by the above mentioned means of small line.
To this ring was attached t strong cord, having
a couple of yards peuding therefrom, and the
olher end was beld by the stout arms of some
two hundred men. iallardeau, who eould not
hear anything that was said, from the roar of
the waters, seemed perfectly to understand all
that was done in his behalf. Fearlessly ad
vancing amidst the rushing waves, he delib
erately proceeded to tie himself under the arm
sud round the wrist, with the end of the rope
hanging from th ring, then eatching hold of
(he Tatter with lis hand aud doubting his body.
so that his feet touched his arm, he swung biru
Belf from the timber over the torrent. Two
hundred brave fellows, at this moment pulled
with a will st the rope. I will scarcely forget
the scene. Woman aud childred in the high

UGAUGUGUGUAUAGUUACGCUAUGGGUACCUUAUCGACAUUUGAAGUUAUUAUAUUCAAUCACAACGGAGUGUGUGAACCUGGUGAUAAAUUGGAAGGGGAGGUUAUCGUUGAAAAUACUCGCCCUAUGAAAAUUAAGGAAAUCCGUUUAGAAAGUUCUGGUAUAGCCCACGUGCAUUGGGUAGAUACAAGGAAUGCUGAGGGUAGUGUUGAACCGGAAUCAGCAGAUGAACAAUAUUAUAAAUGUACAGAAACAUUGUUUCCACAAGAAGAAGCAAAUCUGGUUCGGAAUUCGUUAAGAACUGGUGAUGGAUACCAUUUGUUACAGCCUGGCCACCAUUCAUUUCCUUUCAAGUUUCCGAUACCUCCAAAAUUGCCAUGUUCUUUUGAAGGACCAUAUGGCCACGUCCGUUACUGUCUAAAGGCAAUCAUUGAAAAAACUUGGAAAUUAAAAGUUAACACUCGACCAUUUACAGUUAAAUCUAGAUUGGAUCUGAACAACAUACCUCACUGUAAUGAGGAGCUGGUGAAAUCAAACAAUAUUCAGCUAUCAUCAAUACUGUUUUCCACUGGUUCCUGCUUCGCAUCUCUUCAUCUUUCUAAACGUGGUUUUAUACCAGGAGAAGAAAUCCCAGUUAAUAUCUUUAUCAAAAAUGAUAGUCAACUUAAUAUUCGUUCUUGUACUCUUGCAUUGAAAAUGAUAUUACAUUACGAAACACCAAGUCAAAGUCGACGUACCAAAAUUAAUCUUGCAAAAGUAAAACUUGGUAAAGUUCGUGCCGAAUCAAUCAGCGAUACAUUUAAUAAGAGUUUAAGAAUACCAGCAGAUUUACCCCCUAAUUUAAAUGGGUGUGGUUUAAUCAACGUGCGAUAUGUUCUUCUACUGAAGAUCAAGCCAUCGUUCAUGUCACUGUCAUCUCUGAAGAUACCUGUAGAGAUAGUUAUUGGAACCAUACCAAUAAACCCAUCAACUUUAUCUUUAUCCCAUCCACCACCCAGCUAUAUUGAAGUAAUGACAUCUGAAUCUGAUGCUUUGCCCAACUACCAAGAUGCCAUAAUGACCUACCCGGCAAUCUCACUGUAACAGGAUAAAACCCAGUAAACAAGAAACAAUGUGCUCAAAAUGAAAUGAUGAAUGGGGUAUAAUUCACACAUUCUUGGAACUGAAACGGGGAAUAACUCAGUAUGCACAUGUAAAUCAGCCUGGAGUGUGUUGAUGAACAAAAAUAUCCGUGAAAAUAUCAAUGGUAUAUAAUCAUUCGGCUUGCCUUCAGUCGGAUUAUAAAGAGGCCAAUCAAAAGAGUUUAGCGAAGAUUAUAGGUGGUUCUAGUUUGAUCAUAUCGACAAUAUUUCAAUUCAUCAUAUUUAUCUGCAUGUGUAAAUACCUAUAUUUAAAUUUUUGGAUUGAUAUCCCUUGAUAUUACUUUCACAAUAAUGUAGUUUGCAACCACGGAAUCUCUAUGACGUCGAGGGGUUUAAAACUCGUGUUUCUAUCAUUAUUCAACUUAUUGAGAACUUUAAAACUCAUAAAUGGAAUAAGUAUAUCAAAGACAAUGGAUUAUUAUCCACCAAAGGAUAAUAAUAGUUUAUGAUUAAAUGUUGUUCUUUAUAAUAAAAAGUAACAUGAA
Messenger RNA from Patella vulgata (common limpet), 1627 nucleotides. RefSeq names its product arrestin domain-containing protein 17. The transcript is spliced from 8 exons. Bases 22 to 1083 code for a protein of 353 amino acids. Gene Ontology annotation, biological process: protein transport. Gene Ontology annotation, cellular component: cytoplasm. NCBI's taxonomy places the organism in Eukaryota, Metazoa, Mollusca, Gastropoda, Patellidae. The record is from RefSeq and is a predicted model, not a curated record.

est state of excitement were on their knees, but
their cries were drowned in the cheerful "ho !
ho! pull away boys, of the men. The venera
ble priest of Aylmer, who happened to be cross
ing the bridge at the time, slopped, end rising
in his carrisge, with uncovered head, his grey
locks floating in the wind, repeated the prayera
for tbe dying.
A lood aud agonizing cry suddenly arose.
The triangle on the shore had given way, and
f allardeau was precipitated In the torrent, but
with quickness aud rigor it was again raised and
he stood on the main land, rescued from what
had seemed an inevitable doom.
To this day, for aught I know, the rock (till
bears the name of Fallardeau.' rock.
IT Smithefs on going home the other night.
was run against by three story house which
was chasing lamp pott np Canal street. . On
coming too, he thus reasoned with himself; la
that mod, (hiccup) or is it brains? (hiccup )
If it's mud I'm mortally 'toxict'ed. It it's
brain I'm slightly dead (hiccup,) that's all."
nnen we leu ne wa trying to penned
free stone stoop that it waa unconstitutional to
leave awning post ont ol doors after night
fall. IT A State Native American Convention, in
Pennsylvania, is to be held on th 30th of Jane,
t Harrisborg. Their National Convention i
onth 4thol Jnly. , i